[Benjamin Grosser] had a simple question: “What does Mark Zuckerberg think about?” The resulting art project is named ORDER OF MAGNITUDE and to create it he researched archives of every public utterance the founder and CEO of the world’s largest social media network has made, going as far back as 2004.
The end product is a nearly fifty-minute film consisting entirely of cuts centered around what [Benjamin] says are three of the Facebook CEO’s most favored and often-used terms:
- The word “more”
- The word “grow”
- Metrics such as “ninety-nine percent”, “two million”, and terms of that nature.
The idea is that the resulting video provides insight into what Mark Zuckerberg thinks about, has focused on, and how that has (or has not) changed between 2004 and now. How well does ORDER OF MAGNITUDE do that? Watch the video below, and judge for yourself.
Continue reading “Art Project Analyzes Every Public Recording Of Facebook’s CEO Since 2004”
What would you do if you found hidden away artifacts of aerospace technology from the Apollo era?
You call NASA.
Two hulking computers — likely necessitating the use of a crane to move them — and hundreds of tape reels were discovered in the basement of a former IBM engineer by their heir and a scrap dealer cleaning out the deceased’s home. Labels are scarce, and those that are marked are mostly from the late 1960s through the mid 1970s, including data from the Pioneer 8 to 11 missions, as well as the Helios missions.
Continue reading “Hey NASA, Do You Want Your Stuff Back?”
In today’s digital era, we almost take for granted that all our information is saved and backed up, be it on our local drives or in the cloud — whether automatically, manually, or via some other service. For information from decades past, that isn’t always the case, and recovery can be a dicey process. Despite the tricky challenges, the team at [Museo dell’Informatica Funzionante] and [mera400.pl], as well as researchers and scientists from various museums, institutions, and more all came together in the attempt to recover the Polish CROOK operating system believed to be stored on five magnetic tapes.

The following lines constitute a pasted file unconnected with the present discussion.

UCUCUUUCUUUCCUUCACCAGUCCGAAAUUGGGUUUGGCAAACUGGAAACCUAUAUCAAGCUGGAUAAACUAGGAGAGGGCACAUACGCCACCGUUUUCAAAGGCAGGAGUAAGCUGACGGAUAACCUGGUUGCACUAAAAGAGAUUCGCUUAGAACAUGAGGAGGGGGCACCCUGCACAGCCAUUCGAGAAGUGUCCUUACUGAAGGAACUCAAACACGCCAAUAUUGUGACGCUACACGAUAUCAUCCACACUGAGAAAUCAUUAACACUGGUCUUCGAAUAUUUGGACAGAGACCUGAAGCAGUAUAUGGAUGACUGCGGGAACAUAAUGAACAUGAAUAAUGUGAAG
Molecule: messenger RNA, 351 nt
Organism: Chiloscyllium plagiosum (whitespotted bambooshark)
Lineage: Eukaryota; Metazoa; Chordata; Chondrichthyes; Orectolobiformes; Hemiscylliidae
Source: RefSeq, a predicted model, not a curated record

Originally stored at the Warsaw Museum of Technology, the tapes were ideally preserved, but — despite some preliminary test prep — the museum’s tape reader kept hanging at the 800 BPI NRZI encoded header, even though the rest of the tape was 1600 BPI phase encoding. Some head scratching later, the team decided to crack open their Qualstar 1052 tape reader and attempt to read the data directly off the circuits themselves!!
Continue reading “Raiders Of The Lost OS: Reclaiming A Piece Of Polish IT History”
Textfiles.com is the largest repository of BBS archives and digital writings in the world, and admin [Jason Scott] has a nearly single-minded devotion to saving the documents of and relating to our electronic age. Now, he’s in a bit of a pickle. He found 25,000 manuals for all kinds of electronic items. The collection goes back to the 30s, [Jason] wants to save them, and the current owner of the collection needs the space. Have you ever noticed how terrible books are to move?
Included in this collection just outside Baltimore, MD are thousands of manuals for various pieces of equipment going back to the 1930s. There are Tektronix manuals, HP manuals, and instructions and schematics for equipment that hasn’t been made in a very, very long time. [Jason] put up a Flickr gallery of the library in all its glory. There’s bound to be some very interesting stuff in there.
Of course the acquisition of tens of thousands of out of print manuals will never go smoothly. [Jason] needs to start emptying out the shelves on Monday. The current plan is to go through all the manuals, remove the duplicates, and shuffle them over to a storage unit about a mile away until they can be dealt with properly. If you’re around Baltimore, or more specifically Finksburg, MD, [Jason] could use a few hands to clear out this archive on Monday.